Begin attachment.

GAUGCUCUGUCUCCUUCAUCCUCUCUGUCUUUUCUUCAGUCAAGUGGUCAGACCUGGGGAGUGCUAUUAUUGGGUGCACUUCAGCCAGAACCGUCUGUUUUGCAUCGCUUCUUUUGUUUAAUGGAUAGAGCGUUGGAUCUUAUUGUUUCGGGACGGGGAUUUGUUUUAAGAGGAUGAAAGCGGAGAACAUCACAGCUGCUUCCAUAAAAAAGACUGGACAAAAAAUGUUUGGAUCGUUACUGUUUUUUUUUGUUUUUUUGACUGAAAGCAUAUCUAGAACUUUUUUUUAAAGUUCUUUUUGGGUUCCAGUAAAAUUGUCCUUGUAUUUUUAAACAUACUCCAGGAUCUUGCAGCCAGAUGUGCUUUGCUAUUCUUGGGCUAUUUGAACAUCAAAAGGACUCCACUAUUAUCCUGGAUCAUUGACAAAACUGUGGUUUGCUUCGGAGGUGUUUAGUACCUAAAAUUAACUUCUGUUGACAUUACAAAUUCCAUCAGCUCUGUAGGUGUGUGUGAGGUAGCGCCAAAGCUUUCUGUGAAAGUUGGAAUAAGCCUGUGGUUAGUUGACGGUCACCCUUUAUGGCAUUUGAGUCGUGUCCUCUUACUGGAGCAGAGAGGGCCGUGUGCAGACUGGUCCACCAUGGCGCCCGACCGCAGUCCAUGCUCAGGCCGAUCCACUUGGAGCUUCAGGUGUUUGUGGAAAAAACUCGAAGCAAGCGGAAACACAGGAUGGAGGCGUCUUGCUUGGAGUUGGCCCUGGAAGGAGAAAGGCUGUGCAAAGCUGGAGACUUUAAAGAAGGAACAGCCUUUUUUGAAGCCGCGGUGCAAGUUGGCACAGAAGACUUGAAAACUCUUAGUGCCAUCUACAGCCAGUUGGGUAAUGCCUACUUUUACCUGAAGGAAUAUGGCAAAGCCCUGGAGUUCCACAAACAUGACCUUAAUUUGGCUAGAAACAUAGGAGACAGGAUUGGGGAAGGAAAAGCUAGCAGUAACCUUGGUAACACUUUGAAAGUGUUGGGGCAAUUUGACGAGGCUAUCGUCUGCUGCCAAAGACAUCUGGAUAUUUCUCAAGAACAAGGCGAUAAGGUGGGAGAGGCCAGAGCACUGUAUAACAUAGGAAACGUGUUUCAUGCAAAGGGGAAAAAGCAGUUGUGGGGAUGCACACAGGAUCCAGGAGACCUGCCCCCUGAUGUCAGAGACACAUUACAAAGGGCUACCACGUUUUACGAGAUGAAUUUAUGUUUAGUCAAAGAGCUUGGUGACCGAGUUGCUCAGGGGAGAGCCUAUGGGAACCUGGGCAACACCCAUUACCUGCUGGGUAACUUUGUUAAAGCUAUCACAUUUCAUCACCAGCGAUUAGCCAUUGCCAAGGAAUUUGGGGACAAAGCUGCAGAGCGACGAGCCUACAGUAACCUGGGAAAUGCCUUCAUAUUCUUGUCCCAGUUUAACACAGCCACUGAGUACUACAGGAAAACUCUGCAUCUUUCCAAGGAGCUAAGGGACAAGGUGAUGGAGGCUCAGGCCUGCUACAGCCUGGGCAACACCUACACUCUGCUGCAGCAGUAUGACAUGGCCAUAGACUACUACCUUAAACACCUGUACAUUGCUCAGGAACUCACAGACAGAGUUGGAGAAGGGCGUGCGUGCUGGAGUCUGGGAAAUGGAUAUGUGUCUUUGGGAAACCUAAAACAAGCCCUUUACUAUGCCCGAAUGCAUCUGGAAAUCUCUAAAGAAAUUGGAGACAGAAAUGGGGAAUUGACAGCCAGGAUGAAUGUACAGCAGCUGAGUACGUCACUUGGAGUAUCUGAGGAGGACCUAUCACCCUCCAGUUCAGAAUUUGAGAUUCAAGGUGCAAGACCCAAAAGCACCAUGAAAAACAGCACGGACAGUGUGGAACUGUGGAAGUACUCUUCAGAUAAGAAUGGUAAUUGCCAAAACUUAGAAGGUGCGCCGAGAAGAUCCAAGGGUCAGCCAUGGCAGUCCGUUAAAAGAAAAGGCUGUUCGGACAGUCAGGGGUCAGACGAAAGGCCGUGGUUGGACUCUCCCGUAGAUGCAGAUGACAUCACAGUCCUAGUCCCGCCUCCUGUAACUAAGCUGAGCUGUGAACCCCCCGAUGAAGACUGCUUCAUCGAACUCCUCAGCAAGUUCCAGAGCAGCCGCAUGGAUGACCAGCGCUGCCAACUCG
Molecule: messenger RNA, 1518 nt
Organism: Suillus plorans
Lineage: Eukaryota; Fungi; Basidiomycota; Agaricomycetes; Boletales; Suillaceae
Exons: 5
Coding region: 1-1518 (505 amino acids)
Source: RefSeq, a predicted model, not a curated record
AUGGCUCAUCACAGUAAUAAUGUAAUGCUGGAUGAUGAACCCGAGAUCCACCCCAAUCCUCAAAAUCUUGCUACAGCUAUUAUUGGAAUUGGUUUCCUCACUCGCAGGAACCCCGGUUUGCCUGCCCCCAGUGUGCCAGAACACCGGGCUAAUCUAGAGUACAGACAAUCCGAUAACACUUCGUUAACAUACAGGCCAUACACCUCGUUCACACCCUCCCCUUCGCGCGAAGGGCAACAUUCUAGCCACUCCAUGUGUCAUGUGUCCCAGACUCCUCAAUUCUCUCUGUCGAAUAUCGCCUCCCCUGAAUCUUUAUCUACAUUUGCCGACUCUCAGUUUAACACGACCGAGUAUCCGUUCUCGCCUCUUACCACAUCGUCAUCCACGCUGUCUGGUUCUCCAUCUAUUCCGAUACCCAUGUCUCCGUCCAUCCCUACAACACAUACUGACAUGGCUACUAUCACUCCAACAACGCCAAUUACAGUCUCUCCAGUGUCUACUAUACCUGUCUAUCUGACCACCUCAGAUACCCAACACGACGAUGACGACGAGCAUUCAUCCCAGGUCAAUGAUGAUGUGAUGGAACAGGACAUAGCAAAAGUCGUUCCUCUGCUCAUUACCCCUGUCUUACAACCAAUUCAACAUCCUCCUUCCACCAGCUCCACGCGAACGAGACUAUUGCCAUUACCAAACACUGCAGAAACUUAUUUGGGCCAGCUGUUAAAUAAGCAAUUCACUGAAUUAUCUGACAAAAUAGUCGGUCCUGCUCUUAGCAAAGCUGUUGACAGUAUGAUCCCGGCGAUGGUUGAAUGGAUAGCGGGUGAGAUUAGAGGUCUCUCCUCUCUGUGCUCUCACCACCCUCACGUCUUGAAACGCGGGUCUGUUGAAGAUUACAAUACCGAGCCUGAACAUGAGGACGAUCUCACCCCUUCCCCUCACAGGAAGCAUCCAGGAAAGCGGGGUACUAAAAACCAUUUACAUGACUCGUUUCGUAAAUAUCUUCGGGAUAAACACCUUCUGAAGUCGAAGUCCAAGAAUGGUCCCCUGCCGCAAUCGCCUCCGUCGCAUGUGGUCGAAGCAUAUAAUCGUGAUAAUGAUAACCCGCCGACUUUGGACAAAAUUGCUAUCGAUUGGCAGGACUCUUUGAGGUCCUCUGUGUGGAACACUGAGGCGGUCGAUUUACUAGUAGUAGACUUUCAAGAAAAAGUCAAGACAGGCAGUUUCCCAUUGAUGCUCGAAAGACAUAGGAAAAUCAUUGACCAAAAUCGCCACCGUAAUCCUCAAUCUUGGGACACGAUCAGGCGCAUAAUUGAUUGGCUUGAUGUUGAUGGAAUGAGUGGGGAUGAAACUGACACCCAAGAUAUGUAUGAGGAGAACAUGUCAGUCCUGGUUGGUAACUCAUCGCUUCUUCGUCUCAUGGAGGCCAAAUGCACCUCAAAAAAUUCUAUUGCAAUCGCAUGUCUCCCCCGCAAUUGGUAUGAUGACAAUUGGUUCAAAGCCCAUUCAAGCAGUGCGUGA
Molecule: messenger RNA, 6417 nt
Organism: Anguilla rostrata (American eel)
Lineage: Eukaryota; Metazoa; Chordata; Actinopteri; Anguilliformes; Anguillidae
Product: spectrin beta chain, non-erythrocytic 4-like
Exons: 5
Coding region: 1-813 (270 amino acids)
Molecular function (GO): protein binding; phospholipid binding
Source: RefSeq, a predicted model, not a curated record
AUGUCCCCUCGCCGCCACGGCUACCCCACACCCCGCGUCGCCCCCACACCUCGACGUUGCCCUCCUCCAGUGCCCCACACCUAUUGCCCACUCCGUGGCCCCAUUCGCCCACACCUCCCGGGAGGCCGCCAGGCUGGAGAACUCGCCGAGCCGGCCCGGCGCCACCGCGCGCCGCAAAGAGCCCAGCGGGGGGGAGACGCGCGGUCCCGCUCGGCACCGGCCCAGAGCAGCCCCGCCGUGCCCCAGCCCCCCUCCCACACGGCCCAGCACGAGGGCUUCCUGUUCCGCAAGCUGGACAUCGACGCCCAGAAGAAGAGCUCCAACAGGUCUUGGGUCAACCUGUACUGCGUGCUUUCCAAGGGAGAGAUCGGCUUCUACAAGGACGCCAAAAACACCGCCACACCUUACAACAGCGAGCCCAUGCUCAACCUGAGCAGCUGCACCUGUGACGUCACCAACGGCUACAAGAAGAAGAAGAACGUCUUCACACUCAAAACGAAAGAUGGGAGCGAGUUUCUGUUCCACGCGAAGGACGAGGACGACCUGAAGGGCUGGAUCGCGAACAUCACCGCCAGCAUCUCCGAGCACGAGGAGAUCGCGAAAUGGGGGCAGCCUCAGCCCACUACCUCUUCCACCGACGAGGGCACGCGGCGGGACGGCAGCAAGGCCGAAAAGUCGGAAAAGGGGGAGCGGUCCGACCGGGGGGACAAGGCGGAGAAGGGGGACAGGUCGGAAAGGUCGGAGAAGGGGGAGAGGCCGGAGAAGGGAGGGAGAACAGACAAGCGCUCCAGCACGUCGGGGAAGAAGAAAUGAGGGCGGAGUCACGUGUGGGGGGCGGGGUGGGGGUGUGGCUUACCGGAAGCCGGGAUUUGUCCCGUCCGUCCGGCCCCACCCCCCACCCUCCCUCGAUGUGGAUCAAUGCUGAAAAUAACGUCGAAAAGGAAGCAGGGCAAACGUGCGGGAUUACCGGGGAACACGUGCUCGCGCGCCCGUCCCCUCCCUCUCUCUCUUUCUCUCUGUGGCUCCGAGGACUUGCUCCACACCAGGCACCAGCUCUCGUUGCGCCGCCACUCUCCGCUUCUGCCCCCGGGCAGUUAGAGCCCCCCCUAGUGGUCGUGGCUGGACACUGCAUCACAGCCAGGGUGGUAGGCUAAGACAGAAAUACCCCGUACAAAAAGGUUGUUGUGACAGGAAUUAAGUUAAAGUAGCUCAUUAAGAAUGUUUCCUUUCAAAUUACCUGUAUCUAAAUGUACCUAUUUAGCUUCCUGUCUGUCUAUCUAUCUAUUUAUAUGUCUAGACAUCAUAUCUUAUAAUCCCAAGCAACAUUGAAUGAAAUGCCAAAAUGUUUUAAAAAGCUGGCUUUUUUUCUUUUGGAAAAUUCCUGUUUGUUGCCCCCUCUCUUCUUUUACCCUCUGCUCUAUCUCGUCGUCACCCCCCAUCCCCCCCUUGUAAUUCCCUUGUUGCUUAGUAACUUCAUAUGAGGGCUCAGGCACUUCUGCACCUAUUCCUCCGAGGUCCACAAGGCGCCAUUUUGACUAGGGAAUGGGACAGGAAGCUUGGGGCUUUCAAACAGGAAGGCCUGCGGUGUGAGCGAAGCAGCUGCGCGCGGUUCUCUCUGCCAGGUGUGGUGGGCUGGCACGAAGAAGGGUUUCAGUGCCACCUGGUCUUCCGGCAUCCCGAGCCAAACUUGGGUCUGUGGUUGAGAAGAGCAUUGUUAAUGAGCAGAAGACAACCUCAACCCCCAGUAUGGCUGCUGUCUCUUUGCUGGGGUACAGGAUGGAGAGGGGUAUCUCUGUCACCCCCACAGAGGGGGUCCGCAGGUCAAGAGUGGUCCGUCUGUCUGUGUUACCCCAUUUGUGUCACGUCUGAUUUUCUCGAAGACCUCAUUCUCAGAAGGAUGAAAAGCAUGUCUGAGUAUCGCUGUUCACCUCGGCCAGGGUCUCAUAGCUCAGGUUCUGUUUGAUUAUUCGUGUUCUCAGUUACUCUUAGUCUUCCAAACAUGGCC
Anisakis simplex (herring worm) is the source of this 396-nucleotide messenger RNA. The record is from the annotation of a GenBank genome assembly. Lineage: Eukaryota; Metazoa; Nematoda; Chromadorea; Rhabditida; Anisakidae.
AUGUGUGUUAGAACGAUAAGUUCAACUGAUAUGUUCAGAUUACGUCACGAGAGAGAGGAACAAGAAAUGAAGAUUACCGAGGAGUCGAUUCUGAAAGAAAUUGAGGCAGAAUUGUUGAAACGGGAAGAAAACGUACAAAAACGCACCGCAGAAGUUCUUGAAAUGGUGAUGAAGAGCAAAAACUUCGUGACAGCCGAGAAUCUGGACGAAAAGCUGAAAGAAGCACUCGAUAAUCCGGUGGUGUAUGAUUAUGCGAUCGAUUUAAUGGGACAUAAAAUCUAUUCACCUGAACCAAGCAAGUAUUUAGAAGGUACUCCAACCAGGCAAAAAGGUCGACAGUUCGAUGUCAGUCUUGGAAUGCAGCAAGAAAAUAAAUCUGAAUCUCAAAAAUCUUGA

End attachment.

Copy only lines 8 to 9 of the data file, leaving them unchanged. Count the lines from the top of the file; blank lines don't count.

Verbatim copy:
AUGGCUCAUCACAGUAAUAAUGUAAUGCUGGAUGAUGAACCCGAGAUCCACCCCAAUCCUCAAAAUCUUGCUACAGCUAUUAUUGGAAUUGGUUUCCUCACUCGCAGGAACCCCGGUUUGCCUGCCCCCAGUGUGCCAGAACACCGGGCUAAUCUAGAGUACAGACAAUCCGAUAACACUUCGUUAACAUACAGGCCAUACACCUCGUUCACACCCUCCCCUUCGCGCGAAGGGCAACAUUCUAGCCACUCCAUGUGUCAUGUGUCCCAGACUCCUCAAUUCUCUCUGUCGAAUAUCGCCUCCCCUGAAUCUUUAUCUACAUUUGCCGACUCUCAGUUUAACACGACCGAGUAUCCGUUCUCGCCUCUUACCACAUCGUCAUCCACGCUGUCUGGUUCUCCAUCUAUUCCGAUACCCAUGUCUCCGUCCAUCCCUACAACACAUACUGACAUGGCUACUAUCACUCCAACAACGCCAAUUACAGUCUCUCCAGUGUCUACUAUACCUGUCUAUCUGACCACCUCAGAUACCCAACACGACGAUGACGACGAGCAUUCAUCCCAGGUCAAUGAUGAUGUGAUGGAACAGGACAUAGCAAAAGUCGUUCCUCUGCUCAUUACCCCUGUCUUACAACCAAUUCAACAUCCUCCUUCCACCAGCUCCACGCGAACGAGACUAUUGCCAUUACCAAACACUGCAGAAACUUAUUUGGGCCAGCUGUUAAAUAAGCAAUUCACUGAAUUAUCUGACAAAAUAGUCGGUCCUGCUCUUAGCAAAGCUGUUGACAGUAUGAUCCCGGCGAUGGUUGAAUGGAUAGCGGGUGAGAUUAGAGGUCUCUCCUCUCUGUGCUCUCACCACCCUCACGUCUUGAAACGCGGGUCUGUUGAAGAUUACAAUACCGAGCCUGAACAUGAGGACGAUCUCACCCCUUCCCCUCACAGGAAGCAUCCAGGAAAGCGGGGUACUAAAAACCAUUUACAUGACUCGUUUCGUAAAUAUCUUCGGGAUAAACACCUUCUGAAGUCGAAGUCCAAGAAUGGUCCCCUGCCGCAAUCGCCUCCGUCGCAUGUGGUCGAAGCAUAUAAUCGUGAUAAUGAUAACCCGCCGACUUUGGACAAAAUUGCUAUCGAUUGGCAGGACUCUUUGAGGUCCUCUGUGUGGAACACUGAGGCGGUCGAUUUACUAGUAGUAGACUUUCAAGAAAAAGUCAAGACAGGCAGUUUCCCAUUGAUGCUCGAAAGACAUAGGAAAAUCAUUGACCAAAAUCGCCACCGUAAUCCUCAAUCUUGGGACACGAUCAGGCGCAUAAUUGAUUGGCUUGAUGUUGAUGGAAUGAGUGGGGAUGAAACUGACACCCAAGAUAUGUAUGAGGAGAACAUGUCAGUCCUGGUUGGUAACUCAUCGCUUCUUCGUCUCAUGGAGGCCAAAUGCACCUCAAAAAAUUCUAUUGCAAUCGCAUGUCUCCCCCGCAAUUGGUAUGAUGACAAUUGGUUCAAAGCCCAUUCAAGCAGUGCGUGA
Molecule: messenger RNA, 6417 nt